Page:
FORCED ADOPTION: WE’RE SORRY
UPDATE – 20/9/12.
The New South Wales Government has followed the South Australian and West Australian governments in apologising to those whose lives were ruined by the forced adoption policy.
Premier Barry O’Farrell issued the “long overdue” apology to a packed Parliament, saying: ”We apologise to the mothers who were not asked or listened to. We apologise for making you feel ashamed and unfit to care for your babies.
“We say sorry for treating you cruelly and insensitively when what you needed and deserved most was care and support.”
He apologised to the children who had been forcibly adopted and “who grew up never knowing the truth of your birth or how much you were wanted or loved by your mothers”
Here’s the Hoopla’s story from February, 2012 on forced adoption:
“(A nurse) started strapping up my right wrist. I was puzzled, I didn’t know what she was doing, and then she secured me to the side of the bed… I became unconscious. And I don’t know how long I was unconscious for, but when I eventually came to, my son was gone.”
* In latest news: A NATIONAL apology and financial reparation is owed to parents and children who were victims of forced adoption policies, a Senate committee has found.
The community affairs committee says the practice was wrong not just by today’s standards but by the laws of the time.
The committee has called for governments and institutions involved in forced adoption from the 1940s to the 70s to set up grievance processes and provide redress where wrongdoing is established.
And it says the states should provide financial reparation schemes for the victims.
Did you watch the Four Corners program Give or Taken? on forced adoption this week?
It was deeply affecting and, at times, harrowing to watch. No doubt many tears of sympathy were shed across the nation for the women bullied and coerced into giving up their babies.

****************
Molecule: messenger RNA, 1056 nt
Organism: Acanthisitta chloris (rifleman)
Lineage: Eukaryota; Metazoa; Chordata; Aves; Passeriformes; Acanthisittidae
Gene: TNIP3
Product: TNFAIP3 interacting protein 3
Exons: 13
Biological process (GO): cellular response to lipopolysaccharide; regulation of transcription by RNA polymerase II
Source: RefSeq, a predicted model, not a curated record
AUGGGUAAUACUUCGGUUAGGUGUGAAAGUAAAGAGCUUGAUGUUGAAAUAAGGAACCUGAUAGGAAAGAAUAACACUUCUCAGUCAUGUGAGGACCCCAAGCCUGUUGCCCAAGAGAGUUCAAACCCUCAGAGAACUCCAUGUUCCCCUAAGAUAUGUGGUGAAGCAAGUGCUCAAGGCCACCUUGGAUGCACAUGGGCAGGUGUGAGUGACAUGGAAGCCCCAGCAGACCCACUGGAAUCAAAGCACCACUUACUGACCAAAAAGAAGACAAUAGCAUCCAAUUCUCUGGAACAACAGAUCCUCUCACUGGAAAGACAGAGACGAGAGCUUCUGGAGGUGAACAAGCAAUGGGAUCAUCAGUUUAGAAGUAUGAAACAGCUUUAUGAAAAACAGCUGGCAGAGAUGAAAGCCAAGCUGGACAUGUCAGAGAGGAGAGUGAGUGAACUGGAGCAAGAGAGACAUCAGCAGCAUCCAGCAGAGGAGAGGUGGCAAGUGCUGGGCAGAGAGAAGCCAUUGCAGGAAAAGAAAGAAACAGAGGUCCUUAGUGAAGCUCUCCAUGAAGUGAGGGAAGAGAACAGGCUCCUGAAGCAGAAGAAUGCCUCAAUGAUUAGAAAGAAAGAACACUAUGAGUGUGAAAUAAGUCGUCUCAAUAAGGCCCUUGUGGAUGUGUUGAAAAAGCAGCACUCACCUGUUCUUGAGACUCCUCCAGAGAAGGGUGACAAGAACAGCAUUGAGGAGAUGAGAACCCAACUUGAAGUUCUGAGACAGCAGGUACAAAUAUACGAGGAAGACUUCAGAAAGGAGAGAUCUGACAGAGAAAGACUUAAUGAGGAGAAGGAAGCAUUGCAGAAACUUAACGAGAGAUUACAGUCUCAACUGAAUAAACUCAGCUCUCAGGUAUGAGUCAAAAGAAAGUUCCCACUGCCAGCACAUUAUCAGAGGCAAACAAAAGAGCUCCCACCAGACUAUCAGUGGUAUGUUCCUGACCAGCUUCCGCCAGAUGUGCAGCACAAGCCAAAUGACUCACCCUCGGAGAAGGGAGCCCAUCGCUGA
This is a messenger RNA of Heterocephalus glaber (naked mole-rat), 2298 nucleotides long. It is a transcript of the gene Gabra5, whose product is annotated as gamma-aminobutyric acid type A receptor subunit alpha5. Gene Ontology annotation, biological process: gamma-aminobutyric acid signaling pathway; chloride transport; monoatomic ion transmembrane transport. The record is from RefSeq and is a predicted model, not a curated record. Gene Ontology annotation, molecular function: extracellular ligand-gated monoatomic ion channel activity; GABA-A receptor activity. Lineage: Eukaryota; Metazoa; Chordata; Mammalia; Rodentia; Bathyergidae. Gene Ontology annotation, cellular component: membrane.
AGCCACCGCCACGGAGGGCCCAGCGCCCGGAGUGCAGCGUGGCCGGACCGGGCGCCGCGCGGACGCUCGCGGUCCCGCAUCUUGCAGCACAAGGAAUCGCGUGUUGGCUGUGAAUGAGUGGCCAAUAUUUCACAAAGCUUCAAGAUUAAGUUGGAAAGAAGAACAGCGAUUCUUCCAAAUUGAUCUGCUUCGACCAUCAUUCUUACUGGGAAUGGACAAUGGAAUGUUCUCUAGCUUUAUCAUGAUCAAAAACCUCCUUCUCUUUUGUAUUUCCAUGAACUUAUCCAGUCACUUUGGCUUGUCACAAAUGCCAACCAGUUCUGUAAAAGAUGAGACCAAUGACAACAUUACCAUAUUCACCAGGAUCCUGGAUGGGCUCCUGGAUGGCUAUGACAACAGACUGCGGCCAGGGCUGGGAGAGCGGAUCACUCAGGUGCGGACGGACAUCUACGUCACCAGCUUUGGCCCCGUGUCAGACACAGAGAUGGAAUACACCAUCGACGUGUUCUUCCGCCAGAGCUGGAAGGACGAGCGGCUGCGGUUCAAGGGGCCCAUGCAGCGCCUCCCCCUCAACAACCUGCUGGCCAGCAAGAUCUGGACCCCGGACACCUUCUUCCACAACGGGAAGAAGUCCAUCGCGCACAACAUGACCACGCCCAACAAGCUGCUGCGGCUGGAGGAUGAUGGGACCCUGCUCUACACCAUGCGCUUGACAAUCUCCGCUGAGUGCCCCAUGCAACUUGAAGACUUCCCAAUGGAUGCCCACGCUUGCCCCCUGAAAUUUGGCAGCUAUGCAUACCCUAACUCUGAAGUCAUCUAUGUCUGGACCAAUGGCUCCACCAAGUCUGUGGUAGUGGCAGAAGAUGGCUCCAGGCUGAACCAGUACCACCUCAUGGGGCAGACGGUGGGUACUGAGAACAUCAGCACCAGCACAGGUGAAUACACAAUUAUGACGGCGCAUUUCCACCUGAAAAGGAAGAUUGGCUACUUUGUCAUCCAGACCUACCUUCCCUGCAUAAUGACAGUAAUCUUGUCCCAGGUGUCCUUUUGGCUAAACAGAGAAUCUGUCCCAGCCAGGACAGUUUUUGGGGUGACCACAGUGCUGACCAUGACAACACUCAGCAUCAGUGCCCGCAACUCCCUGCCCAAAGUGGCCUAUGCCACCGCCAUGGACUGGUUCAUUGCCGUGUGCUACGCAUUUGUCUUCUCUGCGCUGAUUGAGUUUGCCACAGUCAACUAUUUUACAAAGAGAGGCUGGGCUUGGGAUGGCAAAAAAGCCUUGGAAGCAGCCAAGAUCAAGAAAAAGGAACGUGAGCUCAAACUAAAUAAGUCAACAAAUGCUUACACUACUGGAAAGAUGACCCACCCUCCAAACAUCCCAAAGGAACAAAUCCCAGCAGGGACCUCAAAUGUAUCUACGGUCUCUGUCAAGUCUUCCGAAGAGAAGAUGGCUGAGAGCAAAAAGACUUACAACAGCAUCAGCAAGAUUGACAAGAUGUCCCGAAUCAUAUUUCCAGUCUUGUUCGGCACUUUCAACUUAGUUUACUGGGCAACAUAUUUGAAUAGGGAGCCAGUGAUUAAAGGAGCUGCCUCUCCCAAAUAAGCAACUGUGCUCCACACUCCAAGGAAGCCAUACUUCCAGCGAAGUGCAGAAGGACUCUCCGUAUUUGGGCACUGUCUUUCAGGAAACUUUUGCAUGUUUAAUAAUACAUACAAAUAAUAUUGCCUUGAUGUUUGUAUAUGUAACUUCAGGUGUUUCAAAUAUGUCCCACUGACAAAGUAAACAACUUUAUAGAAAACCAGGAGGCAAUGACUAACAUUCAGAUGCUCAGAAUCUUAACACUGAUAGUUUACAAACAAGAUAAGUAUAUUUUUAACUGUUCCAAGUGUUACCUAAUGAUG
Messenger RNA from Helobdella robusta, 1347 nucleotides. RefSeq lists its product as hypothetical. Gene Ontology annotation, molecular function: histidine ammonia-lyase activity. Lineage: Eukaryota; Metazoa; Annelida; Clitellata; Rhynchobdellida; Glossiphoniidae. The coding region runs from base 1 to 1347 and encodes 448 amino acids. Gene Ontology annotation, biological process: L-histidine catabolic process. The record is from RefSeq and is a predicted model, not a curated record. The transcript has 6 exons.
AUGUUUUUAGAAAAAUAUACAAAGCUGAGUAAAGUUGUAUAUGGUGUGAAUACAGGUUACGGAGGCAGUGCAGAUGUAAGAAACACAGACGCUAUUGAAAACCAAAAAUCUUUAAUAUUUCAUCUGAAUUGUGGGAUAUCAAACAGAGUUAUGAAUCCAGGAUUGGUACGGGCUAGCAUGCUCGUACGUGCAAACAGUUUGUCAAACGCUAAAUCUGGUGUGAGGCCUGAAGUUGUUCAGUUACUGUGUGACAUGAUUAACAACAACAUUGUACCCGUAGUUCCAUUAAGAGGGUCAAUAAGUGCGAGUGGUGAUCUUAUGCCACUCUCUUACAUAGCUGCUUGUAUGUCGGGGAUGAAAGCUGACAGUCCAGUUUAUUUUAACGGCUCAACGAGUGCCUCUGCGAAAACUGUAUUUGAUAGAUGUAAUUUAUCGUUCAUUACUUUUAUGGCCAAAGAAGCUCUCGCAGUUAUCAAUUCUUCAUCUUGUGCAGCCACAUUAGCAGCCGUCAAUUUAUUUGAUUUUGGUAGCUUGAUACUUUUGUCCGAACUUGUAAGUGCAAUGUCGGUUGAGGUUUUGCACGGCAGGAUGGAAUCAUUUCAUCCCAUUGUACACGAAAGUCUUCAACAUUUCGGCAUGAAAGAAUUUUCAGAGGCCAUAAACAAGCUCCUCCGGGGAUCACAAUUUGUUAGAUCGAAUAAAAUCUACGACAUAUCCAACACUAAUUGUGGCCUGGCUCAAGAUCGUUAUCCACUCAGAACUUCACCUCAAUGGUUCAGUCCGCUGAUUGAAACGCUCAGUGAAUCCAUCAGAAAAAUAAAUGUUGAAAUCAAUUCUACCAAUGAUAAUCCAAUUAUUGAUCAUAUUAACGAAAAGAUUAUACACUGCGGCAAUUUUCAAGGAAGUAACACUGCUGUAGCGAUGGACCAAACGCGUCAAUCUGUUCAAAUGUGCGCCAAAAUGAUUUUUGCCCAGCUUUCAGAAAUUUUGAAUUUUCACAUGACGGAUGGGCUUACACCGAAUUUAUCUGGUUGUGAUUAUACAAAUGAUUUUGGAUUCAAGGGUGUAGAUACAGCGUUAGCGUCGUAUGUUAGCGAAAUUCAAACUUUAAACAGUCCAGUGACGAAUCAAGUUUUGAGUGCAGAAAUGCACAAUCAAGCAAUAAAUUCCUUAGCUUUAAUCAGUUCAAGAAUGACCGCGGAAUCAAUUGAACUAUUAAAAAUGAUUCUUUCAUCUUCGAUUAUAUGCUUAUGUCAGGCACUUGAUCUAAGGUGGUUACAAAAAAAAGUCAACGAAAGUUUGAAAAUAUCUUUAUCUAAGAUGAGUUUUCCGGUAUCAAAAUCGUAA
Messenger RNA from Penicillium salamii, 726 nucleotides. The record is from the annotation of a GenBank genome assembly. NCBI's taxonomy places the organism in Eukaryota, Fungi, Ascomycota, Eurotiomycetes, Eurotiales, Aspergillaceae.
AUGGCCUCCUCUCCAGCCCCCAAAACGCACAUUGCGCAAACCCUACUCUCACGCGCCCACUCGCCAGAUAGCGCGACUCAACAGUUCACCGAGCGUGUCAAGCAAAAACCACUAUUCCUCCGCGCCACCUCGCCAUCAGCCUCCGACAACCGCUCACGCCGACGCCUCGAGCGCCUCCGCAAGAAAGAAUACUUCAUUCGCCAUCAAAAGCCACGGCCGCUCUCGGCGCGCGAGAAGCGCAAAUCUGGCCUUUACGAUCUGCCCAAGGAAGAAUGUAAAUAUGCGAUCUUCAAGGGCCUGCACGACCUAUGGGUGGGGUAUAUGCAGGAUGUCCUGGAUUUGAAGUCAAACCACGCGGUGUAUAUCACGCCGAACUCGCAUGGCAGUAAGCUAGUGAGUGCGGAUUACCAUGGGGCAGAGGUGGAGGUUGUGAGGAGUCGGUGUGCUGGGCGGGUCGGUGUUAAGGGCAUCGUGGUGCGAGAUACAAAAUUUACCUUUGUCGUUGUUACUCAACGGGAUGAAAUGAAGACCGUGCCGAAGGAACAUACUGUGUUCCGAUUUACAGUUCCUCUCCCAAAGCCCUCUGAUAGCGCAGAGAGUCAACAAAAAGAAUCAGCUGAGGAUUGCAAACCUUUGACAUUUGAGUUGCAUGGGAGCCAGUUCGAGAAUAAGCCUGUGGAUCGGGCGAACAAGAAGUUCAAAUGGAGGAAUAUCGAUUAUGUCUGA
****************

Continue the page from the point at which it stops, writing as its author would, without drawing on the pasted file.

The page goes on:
The program was also a testament to the endurance of mother love – perhaps the most powerful of all human emotions.
Reporter Geoff Thompson talked to some of the women who lost their children. They told the truth about the way they were treated in the hours after they gave birth. Heartbreaking.
Until the 1970s, having a child out of wedlock was seen as a social disgrace and young women who fell pregnant were either sent away or actively encouraged to give up their babies for adoption. A ‘clean break’ it was called. Women were given sedatives and drugs to dry up their milk.
Something we forget when we talk about the ‘good old days’.
Authorities argued this was done with good intentions, but now a Senate Committee has heard evidence that tells a very different story. It will release its report tomorrow.
Many young, single mothers were never given the option of keeping their child.
Unmarried mothers automatically had their hospital records marked ready for adoption – even before giving birth.
There is evidence that some were sedated. Others were denied access to their babies as they were making crucial decisions about their future. As a result, these women have suffered terrible emotional distress throughout their lives.
One person who examined a variety of evidence said:
“I have no doubt that some illegal activity occurred, I have no doubt that women were subject to what nowadays… we would call abuse; that forged consents occurred.”
Over the past decade individual hospitals and the West Australian Government have offered an official apology to the women who lost their children.
“Given or Taken?” Reported by Geoff Thompson and presented by Kerry O’Brien will be replayed on Tuesday, February 28 at 11.35 pm on ABC 1 and can also be seen in ABC News 24 on Saturdays at 8pm, on iview or at abc.net.au/4corners.